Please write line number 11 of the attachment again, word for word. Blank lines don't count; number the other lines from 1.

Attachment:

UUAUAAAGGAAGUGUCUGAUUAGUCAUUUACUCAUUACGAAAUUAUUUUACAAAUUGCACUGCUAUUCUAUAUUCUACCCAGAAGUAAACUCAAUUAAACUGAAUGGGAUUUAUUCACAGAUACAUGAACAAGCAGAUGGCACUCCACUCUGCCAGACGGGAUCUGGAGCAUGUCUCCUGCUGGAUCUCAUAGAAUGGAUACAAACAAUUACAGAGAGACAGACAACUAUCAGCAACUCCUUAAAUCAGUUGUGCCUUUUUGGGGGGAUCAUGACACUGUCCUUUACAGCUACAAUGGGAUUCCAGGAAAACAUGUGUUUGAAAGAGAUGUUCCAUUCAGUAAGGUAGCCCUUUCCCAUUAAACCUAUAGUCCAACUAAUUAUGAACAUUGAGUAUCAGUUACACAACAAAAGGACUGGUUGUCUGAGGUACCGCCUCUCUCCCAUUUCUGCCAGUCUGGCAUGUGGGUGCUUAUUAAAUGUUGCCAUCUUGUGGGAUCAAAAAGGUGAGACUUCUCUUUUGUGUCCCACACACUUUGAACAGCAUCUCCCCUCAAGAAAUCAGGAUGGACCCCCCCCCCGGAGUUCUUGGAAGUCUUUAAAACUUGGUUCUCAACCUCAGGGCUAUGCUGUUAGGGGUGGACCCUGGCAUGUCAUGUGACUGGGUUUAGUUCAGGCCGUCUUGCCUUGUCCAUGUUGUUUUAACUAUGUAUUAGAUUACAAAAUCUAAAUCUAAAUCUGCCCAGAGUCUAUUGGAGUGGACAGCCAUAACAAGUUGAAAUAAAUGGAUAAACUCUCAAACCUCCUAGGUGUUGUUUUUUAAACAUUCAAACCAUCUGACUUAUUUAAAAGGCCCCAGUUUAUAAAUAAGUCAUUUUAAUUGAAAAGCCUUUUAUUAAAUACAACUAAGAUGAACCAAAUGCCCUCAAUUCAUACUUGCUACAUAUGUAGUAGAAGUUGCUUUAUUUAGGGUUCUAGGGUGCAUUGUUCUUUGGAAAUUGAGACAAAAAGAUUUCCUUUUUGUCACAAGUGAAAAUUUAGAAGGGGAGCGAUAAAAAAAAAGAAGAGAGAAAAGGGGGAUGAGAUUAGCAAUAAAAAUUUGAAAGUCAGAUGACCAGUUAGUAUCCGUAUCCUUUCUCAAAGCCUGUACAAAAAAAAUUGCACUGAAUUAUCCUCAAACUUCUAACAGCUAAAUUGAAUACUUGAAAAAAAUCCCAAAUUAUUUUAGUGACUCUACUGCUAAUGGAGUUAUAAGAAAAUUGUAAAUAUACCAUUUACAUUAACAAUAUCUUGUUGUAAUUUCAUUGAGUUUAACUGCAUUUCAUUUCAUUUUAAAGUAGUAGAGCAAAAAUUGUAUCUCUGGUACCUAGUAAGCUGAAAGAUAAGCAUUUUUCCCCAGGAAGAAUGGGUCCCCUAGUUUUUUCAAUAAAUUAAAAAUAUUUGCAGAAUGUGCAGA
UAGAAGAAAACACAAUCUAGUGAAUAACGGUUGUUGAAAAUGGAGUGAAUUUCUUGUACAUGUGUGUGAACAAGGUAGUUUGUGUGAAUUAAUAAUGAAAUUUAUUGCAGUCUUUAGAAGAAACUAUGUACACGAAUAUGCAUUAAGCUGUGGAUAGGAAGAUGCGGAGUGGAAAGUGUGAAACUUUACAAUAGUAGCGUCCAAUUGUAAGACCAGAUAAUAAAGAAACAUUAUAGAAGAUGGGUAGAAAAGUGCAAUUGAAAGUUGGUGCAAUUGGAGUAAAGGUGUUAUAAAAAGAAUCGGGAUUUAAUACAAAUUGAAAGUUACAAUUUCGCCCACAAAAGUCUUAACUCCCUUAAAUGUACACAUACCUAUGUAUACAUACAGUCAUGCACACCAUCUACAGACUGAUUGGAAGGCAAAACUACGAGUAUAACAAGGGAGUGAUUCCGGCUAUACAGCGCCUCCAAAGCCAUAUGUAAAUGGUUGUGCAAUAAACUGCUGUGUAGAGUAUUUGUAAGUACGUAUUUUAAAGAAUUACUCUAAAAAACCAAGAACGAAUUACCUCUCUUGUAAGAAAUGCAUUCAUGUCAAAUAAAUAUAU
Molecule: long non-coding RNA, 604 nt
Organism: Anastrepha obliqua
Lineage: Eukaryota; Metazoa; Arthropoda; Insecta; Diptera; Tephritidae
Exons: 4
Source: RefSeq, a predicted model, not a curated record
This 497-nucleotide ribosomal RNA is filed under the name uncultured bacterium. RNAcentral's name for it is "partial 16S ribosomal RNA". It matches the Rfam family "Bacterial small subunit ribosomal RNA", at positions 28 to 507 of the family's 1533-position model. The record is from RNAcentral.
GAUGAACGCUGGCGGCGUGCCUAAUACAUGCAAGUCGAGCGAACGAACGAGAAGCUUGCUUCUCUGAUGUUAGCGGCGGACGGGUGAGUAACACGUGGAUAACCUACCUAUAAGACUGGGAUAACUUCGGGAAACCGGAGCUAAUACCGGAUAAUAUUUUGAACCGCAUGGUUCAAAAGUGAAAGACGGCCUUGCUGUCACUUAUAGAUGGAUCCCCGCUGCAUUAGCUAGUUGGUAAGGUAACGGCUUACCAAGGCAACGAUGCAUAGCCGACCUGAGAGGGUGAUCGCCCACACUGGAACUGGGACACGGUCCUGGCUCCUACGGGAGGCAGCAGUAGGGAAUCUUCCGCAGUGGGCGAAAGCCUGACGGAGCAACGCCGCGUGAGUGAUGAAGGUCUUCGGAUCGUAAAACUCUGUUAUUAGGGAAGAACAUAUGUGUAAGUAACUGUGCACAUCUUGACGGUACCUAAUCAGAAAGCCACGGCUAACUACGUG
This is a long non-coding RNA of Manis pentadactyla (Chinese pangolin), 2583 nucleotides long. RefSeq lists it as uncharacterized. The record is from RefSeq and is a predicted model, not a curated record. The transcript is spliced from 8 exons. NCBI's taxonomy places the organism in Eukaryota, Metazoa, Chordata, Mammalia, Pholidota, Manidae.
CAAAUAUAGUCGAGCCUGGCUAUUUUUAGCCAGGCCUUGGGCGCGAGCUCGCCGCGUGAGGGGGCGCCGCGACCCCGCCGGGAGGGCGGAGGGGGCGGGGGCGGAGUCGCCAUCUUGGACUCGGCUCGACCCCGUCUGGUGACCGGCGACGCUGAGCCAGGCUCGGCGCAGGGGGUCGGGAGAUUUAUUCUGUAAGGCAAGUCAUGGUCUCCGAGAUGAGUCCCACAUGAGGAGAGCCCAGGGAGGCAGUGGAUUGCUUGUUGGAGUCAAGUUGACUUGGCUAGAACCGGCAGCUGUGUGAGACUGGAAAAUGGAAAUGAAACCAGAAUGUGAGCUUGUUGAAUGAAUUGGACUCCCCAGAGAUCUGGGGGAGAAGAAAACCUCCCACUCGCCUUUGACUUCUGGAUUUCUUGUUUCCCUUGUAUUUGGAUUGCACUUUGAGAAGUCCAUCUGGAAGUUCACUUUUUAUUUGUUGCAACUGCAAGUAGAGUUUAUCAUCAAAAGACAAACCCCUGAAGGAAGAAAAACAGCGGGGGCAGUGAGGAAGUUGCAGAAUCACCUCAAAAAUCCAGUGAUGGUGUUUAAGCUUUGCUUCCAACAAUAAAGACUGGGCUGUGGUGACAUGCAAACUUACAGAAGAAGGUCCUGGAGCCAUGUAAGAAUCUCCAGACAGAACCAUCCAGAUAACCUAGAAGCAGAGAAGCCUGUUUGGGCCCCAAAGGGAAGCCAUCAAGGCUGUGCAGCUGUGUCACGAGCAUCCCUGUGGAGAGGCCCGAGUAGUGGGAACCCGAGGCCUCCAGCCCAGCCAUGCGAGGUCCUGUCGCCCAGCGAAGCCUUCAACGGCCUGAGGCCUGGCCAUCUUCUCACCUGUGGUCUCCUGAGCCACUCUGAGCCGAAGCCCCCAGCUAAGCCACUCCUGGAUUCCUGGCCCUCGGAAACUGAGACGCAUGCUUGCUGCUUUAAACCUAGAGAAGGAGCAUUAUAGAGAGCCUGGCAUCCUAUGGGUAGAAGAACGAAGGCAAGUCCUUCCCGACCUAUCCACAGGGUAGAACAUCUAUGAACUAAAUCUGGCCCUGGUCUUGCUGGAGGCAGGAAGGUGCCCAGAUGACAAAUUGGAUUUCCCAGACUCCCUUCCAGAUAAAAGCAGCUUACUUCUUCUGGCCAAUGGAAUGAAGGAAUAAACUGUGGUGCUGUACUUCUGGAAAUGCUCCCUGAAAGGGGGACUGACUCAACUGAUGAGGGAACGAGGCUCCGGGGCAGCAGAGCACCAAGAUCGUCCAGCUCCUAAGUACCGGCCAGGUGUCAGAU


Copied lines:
CAAAUAUAGUCGAGCCUGGCUAUUUUUAGCCAGGCCUUGGGCGCGAGCUCGCCGCGUGAGGGGGCGCCGCGACCCCGCCGGGAGGGCGGAGGGGGCGGGGGCGGAGUCGCCAUCUUGGACUCGGCUCGACCCCGUCUGGUGACCGGCGACGCUGAGCCAGGCUCGGCGCAGGGGGUCGGGAGAUUUAUUCUGUAAGGCAAGUCAUGGUCUCCGAGAUGAGUCCCACAUGAGGAGAGCCCAGGGAGGCAGUGGAUUGCUUGUUGGAGUCAAGUUGACUUGGCUAGAACCGGCAGCUGUGUGAGACUGGAAAAUGGAAAUGAAACCAGAAUGUGAGCUUGUUGAAUGAAUUGGACUCCCCAGAGAUCUGGGGGAGAAGAAAACCUCCCACUCGCCUUUGACUUCUGGAUUUCUUGUUUCCCUUGUAUUUGGAUUGCACUUUGAGAAGUCCAUCUGGAAGUUCACUUUUUAUUUGUUGCAACUGCAAGUAGAGUUUAUCAUCAAAAGACAAACCCCUGAAGGAAGAAAAACAGCGGGGGCAGUGAGGAAGUUGCAGAAUCACCUCAAAAAUCCAGUGAUGGUGUUUAAGCUUUGCUUCCAACAAUAAAGACUGGGCUGUGGUGACAUGCAAACUUACAGAAGAAGGUCCUGGAGCCAUGUAAGAAUCUCCAGACAGAACCAUCCAGAUAACCUAGAAGCAGAGAAGCCUGUUUGGGCCCCAAAGGGAAGCCAUCAAGGCUGUGCAGCUGUGUCACGAGCAUCCCUGUGGAGAGGCCCGAGUAGUGGGAACCCGAGGCCUCCAGCCCAGCCAUGCGAGGUCCUGUCGCCCAGCGAAGCCUUCAACGGCCUGAGGCCUGGCCAUCUUCUCACCUGUGGUCUCCUGAGCCACUCUGAGCCGAAGCCCCCAGCUAAGCCACUCCUGGAUUCCUGGCCCUCGGAAACUGAGACGCAUGCUUGCUGCUUUAAACCUAGAGAAGGAGCAUUAUAGAGAGCCUGGCAUCCUAUGGGUAGAAGAACGAAGGCAAGUCCUUCCCGACCUAUCCACAGGGUAGAACAUCUAUGAACUAAAUCUGGCCCUGGUCUUGCUGGAGGCAGGAAGGUGCCCAGAUGACAAAUUGGAUUUCCCAGACUCCCUUCCAGAUAAAAGCAGCUUACUUCUUCUGGCCAAUGGAAUGAAGGAAUAAACUGUGGUGCUGUACUUCUGGAAAUGCUCCCUGAAAGGGGGACUGACUCAACUGAUGAGGGAACGAGGCUCCGGGGCAGCAGAGCACCAAGAUCGUCCAGCUCCUAAGUACCGGCCAGGUGUCAGAU